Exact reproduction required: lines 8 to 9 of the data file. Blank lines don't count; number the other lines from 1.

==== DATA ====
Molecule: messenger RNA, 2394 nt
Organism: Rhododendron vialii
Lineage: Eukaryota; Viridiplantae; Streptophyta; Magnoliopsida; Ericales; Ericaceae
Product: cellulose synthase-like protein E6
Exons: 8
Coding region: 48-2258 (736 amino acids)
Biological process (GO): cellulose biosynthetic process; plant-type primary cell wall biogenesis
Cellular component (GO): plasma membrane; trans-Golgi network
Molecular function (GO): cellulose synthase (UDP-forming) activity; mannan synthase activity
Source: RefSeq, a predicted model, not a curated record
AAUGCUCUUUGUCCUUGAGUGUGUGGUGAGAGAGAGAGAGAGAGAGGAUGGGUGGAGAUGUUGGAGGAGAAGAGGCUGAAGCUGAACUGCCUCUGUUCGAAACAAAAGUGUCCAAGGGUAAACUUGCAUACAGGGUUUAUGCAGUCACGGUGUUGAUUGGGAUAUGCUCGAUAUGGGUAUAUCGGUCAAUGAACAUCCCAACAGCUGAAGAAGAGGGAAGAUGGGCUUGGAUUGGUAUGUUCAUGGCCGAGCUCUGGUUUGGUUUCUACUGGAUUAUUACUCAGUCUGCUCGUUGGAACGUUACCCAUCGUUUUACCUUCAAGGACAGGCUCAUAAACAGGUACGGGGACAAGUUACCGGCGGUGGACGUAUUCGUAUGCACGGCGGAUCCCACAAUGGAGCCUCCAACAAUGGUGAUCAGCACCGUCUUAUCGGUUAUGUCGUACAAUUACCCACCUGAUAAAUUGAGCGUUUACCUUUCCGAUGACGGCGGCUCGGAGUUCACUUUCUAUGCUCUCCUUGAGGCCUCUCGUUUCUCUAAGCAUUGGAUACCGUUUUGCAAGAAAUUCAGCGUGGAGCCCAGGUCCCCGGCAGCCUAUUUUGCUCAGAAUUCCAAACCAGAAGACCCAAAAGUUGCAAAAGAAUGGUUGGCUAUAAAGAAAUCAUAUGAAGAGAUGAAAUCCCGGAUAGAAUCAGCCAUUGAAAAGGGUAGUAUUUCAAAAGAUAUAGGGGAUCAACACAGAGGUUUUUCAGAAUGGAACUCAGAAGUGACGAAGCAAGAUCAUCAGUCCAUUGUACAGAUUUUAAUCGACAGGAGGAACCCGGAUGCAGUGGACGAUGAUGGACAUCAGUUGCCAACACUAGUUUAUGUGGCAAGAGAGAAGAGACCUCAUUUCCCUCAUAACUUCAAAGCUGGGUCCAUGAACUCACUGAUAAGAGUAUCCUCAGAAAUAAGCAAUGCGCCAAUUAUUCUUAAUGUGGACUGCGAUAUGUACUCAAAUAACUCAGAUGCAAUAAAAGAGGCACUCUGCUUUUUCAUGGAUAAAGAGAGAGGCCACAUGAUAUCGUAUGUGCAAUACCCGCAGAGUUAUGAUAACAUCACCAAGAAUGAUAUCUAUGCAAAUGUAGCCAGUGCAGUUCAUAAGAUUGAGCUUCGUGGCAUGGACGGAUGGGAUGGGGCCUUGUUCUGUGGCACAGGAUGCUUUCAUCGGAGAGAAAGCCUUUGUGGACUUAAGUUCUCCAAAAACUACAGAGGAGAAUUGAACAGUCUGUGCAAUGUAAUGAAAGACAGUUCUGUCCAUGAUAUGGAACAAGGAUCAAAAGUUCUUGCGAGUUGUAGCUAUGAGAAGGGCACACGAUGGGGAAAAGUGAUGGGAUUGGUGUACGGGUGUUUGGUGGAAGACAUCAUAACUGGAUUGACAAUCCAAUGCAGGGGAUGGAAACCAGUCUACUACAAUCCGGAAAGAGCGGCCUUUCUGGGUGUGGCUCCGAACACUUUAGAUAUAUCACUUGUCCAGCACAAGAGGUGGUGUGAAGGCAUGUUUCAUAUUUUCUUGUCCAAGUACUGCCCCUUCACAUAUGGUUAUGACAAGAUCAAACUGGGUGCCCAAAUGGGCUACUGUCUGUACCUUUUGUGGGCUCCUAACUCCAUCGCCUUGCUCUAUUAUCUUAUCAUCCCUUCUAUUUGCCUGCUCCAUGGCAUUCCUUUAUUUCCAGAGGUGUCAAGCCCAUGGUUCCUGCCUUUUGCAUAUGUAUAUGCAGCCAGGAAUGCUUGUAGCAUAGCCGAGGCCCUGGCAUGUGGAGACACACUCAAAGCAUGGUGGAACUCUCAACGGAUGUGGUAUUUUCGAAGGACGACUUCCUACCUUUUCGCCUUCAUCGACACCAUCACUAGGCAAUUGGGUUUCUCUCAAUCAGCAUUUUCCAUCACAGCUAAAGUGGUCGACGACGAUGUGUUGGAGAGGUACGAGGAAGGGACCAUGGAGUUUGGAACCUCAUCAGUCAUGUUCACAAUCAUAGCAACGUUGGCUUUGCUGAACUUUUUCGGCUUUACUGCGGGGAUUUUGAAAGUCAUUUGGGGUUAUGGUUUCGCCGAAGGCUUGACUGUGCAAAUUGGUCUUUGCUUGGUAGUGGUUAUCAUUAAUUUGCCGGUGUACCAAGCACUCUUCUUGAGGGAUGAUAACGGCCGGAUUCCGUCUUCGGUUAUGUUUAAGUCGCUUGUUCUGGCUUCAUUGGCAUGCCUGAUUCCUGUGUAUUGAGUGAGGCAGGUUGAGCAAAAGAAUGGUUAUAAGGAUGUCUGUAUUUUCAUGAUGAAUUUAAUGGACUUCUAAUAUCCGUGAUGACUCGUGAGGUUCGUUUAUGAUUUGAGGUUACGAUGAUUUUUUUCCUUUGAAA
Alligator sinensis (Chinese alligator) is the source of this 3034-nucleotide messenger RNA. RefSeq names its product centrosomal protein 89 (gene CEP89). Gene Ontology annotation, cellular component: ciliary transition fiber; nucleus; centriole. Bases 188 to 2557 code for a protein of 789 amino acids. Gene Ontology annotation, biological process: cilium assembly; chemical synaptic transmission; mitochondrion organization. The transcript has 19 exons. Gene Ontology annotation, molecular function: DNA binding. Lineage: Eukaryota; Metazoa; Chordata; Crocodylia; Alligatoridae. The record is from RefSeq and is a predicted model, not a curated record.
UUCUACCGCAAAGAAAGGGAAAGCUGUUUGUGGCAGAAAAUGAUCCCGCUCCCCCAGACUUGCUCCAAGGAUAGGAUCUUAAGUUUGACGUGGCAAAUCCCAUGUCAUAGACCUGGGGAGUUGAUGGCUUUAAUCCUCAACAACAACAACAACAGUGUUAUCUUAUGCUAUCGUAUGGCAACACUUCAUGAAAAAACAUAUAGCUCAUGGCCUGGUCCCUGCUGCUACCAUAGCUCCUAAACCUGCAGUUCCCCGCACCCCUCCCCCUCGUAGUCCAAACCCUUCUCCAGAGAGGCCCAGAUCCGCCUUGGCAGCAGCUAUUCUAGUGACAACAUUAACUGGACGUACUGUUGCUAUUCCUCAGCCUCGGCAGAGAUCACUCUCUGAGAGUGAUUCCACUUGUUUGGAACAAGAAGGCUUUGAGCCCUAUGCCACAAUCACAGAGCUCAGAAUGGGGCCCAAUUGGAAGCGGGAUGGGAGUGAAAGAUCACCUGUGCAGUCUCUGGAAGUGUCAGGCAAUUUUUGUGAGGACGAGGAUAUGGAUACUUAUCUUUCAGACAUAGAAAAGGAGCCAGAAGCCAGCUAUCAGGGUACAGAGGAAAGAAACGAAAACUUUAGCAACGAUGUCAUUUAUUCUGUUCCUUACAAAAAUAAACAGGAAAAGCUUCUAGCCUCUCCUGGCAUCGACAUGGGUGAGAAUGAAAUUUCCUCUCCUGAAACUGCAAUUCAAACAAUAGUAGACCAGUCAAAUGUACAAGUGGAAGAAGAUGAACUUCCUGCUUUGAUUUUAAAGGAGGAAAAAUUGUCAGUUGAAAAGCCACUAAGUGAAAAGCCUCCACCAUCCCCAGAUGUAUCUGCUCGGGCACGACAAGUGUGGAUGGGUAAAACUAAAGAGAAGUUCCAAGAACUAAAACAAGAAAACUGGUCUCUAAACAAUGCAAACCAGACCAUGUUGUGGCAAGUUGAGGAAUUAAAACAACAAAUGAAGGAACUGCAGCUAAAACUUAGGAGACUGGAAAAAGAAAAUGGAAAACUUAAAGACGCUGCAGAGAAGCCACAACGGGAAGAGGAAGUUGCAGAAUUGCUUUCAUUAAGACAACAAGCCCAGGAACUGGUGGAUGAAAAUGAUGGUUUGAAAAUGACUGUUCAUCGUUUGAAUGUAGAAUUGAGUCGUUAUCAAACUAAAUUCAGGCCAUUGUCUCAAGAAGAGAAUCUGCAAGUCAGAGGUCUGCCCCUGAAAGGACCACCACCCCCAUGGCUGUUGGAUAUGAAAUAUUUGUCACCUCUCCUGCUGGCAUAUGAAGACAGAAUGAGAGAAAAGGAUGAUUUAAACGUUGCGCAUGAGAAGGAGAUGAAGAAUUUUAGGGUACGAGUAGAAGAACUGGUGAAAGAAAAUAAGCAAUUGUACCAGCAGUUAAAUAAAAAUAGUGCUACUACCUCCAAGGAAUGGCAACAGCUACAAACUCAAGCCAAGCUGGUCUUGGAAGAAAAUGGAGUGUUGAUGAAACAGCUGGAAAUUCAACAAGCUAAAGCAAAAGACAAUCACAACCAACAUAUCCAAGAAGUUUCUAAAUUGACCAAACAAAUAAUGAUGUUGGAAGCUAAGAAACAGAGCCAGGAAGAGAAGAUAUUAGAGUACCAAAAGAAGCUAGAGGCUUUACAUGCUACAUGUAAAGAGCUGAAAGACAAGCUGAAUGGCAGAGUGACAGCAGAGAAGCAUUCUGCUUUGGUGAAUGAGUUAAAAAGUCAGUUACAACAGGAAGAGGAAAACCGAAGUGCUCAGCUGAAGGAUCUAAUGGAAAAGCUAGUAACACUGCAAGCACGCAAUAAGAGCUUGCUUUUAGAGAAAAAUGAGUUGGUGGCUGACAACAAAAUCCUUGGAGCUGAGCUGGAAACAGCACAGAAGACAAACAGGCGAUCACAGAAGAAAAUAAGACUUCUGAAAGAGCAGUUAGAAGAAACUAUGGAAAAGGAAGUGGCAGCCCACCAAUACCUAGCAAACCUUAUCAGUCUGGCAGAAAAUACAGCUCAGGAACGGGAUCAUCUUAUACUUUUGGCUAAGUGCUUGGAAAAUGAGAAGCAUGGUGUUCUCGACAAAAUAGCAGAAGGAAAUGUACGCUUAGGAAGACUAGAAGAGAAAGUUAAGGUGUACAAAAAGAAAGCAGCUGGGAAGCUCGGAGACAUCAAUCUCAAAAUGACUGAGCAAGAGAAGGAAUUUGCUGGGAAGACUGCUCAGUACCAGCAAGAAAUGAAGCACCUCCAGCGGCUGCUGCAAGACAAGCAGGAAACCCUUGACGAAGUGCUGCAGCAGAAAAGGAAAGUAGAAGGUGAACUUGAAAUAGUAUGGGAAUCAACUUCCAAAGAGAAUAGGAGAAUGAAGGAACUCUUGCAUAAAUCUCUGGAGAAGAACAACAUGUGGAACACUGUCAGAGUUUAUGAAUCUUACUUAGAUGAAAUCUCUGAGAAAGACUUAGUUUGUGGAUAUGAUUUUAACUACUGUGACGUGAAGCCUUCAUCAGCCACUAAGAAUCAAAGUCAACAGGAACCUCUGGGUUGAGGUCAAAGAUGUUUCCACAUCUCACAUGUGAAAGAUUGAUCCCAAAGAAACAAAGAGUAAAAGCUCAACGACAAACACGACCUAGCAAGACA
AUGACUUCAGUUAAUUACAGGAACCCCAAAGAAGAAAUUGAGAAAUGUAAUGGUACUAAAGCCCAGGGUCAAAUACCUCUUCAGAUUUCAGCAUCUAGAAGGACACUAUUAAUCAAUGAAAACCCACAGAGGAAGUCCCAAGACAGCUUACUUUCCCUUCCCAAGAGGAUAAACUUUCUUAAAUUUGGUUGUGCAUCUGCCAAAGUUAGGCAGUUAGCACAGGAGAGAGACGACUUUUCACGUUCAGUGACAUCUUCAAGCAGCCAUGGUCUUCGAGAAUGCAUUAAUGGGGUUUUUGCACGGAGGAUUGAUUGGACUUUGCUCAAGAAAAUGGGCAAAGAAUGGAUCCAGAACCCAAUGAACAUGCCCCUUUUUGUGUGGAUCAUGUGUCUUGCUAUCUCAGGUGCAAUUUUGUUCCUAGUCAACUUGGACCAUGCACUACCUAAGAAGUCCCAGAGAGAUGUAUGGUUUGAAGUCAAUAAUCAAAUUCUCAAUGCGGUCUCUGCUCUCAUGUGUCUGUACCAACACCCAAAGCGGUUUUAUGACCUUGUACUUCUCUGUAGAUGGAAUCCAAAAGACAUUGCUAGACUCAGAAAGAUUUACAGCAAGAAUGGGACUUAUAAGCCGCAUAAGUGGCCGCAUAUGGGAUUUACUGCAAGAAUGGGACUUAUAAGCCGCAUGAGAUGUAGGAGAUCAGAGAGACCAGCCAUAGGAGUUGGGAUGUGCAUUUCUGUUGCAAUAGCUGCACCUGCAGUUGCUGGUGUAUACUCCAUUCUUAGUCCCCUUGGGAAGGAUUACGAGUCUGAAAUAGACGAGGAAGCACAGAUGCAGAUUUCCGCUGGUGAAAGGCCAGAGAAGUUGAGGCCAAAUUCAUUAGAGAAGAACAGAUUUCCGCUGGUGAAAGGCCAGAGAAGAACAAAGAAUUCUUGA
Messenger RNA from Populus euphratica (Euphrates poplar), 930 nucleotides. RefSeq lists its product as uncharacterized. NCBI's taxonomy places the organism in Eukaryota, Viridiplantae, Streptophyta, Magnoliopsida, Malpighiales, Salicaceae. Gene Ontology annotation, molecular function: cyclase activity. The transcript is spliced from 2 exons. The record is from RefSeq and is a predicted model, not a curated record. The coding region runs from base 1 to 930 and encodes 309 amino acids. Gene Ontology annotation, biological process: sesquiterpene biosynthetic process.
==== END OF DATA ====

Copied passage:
Cellular component (GO): plasma membrane; trans-Golgi network
Molecular function (GO): cellulose synthase (UDP-forming) activity; mannan synthase activity